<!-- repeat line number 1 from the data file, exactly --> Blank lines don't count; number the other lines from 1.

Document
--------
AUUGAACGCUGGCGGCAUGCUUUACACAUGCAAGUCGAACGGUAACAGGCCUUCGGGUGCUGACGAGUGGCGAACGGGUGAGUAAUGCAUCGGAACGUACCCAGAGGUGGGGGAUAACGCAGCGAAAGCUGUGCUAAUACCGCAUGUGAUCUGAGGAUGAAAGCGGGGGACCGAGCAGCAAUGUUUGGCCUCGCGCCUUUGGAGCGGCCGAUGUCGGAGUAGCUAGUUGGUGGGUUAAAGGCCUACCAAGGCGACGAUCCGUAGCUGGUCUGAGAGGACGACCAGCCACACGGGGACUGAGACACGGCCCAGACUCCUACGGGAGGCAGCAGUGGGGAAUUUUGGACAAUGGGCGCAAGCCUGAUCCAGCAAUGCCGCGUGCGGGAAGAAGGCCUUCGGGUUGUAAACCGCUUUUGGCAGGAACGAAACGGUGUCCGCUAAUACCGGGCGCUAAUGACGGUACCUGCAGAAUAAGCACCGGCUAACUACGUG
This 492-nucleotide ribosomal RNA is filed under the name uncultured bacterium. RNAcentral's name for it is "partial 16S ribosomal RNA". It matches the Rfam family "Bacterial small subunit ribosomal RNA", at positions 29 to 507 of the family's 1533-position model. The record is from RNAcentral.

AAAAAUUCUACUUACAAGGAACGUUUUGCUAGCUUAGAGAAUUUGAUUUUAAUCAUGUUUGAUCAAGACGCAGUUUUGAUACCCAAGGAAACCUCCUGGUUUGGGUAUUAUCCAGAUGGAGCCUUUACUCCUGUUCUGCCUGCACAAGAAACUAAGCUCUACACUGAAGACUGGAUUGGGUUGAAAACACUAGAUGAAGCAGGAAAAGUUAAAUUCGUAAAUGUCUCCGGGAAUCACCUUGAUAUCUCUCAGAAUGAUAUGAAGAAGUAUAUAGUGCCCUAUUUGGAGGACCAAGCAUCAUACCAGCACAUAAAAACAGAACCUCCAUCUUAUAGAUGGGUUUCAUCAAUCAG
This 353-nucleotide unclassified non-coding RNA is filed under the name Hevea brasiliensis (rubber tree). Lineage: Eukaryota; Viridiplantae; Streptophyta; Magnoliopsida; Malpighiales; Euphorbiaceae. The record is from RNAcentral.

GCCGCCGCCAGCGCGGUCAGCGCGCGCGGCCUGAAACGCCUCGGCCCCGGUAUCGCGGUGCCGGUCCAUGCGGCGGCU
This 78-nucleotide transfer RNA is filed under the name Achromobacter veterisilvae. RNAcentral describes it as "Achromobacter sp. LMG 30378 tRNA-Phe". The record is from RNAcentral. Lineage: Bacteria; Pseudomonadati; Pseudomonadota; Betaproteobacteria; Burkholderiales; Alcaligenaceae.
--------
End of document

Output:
AUUGAACGCUGGCGGCAUGCUUUACACAUGCAAGUCGAACGGUAACAGGCCUUCGGGUGCUGACGAGUGGCGAACGGGUGAGUAAUGCAUCGGAACGUACCCAGAGGUGGGGGAUAACGCAGCGAAAGCUGUGCUAAUACCGCAUGUGAUCUGAGGAUGAAAGCGGGGGACCGAGCAGCAAUGUUUGGCCUCGCGCCUUUGGAGCGGCCGAUGUCGGAGUAGCUAGUUGGUGGGUUAAAGGCCUACCAAGGCGACGAUCCGUAGCUGGUCUGAGAGGACGACCAGCCACACGGGGACUGAGACACGGCCCAGACUCCUACGGGAGGCAGCAGUGGGGAAUUUUGGACAAUGGGCGCAAGCCUGAUCCAGCAAUGCCGCGUGCGGGAAGAAGGCCUUCGGGUUGUAAACCGCUUUUGGCAGGAACGAAACGGUGUCCGCUAAUACCGGGCGCUAAUGACGGUACCUGCAGAAUAAGCACCGGCUAACUACGUG